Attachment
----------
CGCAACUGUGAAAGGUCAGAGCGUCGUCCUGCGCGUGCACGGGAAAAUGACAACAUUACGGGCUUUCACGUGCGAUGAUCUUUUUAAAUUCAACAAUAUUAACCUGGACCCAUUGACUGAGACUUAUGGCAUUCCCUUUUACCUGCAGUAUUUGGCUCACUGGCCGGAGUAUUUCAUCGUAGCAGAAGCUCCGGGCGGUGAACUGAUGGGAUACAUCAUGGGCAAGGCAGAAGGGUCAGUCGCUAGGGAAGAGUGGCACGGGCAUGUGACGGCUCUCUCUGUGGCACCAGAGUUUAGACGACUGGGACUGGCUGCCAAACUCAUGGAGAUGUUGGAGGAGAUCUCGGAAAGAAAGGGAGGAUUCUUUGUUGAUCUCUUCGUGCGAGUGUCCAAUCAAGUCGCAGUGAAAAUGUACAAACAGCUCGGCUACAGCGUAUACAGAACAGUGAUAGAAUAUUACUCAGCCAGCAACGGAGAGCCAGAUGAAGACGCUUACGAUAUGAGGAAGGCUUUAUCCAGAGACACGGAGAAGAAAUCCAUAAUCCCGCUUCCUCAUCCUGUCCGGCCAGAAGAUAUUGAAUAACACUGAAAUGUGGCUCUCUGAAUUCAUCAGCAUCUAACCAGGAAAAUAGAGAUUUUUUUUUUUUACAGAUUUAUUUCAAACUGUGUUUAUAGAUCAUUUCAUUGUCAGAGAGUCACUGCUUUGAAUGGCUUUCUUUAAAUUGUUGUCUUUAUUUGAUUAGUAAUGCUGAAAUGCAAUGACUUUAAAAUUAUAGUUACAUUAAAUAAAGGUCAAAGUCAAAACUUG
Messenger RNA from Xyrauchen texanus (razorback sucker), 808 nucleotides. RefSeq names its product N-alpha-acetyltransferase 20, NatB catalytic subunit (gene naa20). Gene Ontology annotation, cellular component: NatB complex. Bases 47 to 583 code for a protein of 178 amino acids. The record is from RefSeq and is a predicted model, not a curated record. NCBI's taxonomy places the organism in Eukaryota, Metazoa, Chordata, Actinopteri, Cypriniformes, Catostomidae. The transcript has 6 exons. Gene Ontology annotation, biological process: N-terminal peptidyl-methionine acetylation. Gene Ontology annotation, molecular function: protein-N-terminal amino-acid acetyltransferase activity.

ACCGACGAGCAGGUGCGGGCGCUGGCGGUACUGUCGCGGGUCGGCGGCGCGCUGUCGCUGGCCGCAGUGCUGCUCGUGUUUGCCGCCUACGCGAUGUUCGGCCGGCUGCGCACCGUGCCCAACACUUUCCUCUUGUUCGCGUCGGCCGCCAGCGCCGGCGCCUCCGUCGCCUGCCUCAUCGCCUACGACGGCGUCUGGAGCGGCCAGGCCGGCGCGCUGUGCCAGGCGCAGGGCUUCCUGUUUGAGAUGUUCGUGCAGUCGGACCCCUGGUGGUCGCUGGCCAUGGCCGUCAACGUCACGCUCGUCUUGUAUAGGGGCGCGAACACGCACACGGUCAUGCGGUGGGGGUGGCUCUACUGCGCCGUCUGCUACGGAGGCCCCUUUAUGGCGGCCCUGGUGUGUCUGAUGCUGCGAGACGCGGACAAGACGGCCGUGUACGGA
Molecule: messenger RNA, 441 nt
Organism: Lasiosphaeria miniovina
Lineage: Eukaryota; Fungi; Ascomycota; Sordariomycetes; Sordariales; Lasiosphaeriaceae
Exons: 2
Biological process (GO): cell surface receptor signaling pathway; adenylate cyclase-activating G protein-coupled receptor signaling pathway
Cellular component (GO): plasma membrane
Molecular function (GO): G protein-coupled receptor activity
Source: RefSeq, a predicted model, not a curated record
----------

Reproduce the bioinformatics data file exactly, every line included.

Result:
CGCAACUGUGAAAGGUCAGAGCGUCGUCCUGCGCGUGCACGGGAAAAUGACAACAUUACGGGCUUUCACGUGCGAUGAUCUUUUUAAAUUCAACAAUAUUAACCUGGACCCAUUGACUGAGACUUAUGGCAUUCCCUUUUACCUGCAGUAUUUGGCUCACUGGCCGGAGUAUUUCAUCGUAGCAGAAGCUCCGGGCGGUGAACUGAUGGGAUACAUCAUGGGCAAGGCAGAAGGGUCAGUCGCUAGGGAAGAGUGGCACGGGCAUGUGACGGCUCUCUCUGUGGCACCAGAGUUUAGACGACUGGGACUGGCUGCCAAACUCAUGGAGAUGUUGGAGGAGAUCUCGGAAAGAAAGGGAGGAUUCUUUGUUGAUCUCUUCGUGCGAGUGUCCAAUCAAGUCGCAGUGAAAAUGUACAAACAGCUCGGCUACAGCGUAUACAGAACAGUGAUAGAAUAUUACUCAGCCAGCAACGGAGAGCCAGAUGAAGACGCUUACGAUAUGAGGAAGGCUUUAUCCAGAGACACGGAGAAGAAAUCCAUAAUCCCGCUUCCUCAUCCUGUCCGGCCAGAAGAUAUUGAAUAACACUGAAAUGUGGCUCUCUGAAUUCAUCAGCAUCUAACCAGGAAAAUAGAGAUUUUUUUUUUUUACAGAUUUAUUUCAAACUGUGUUUAUAGAUCAUUUCAUUGUCAGAGAGUCACUGCUUUGAAUGGCUUUCUUUAAAUUGUUGUCUUUAUUUGAUUAGUAAUGCUGAAAUGCAAUGACUUUAAAAUUAUAGUUACAUUAAAUAAAGGUCAAAGUCAAAACUUG
Messenger RNA from Xyrauchen texanus (razorback sucker), 808 nucleotides. RefSeq names its product N-alpha-acetyltransferase 20, NatB catalytic subunit (gene naa20). Gene Ontology annotation, cellular component: NatB complex. Bases 47 to 583 code for a protein of 178 amino acids. The record is from RefSeq and is a predicted model, not a curated record. NCBI's taxonomy places the organism in Eukaryota, Metazoa, Chordata, Actinopteri, Cypriniformes, Catostomidae. The transcript has 6 exons. Gene Ontology annotation, biological process: N-terminal peptidyl-methionine acetylation. Gene Ontology annotation, molecular function: protein-N-terminal amino-acid acetyltransferase activity.

ACCGACGAGCAGGUGCGGGCGCUGGCGGUACUGUCGCGGGUCGGCGGCGCGCUGUCGCUGGCCGCAGUGCUGCUCGUGUUUGCCGCCUACGCGAUGUUCGGCCGGCUGCGCACCGUGCCCAACACUUUCCUCUUGUUCGCGUCGGCCGCCAGCGCCGGCGCCUCCGUCGCCUGCCUCAUCGCCUACGACGGCGUCUGGAGCGGCCAGGCCGGCGCGCUGUGCCAGGCGCAGGGCUUCCUGUUUGAGAUGUUCGUGCAGUCGGACCCCUGGUGGUCGCUGGCCAUGGCCGUCAACGUCACGCUCGUCUUGUAUAGGGGCGCGAACACGCACACGGUCAUGCGGUGGGGGUGGCUCUACUGCGCCGUCUGCUACGGAGGCCCCUUUAUGGCGGCCCUGGUGUGUCUGAUGCUGCGAGACGCGGACAAGACGGCCGUGUACGGA
Molecule: messenger RNA, 441 nt
Organism: Lasiosphaeria miniovina
Lineage: Eukaryota; Fungi; Ascomycota; Sordariomycetes; Sordariales; Lasiosphaeriaceae
Exons: 2
Biological process (GO): cell surface receptor signaling pathway; adenylate cyclase-activating G protein-coupled receptor signaling pathway
Cellular component (GO): plasma membrane
Molecular function (GO): G protein-coupled receptor activity
Source: RefSeq, a predicted model, not a curated record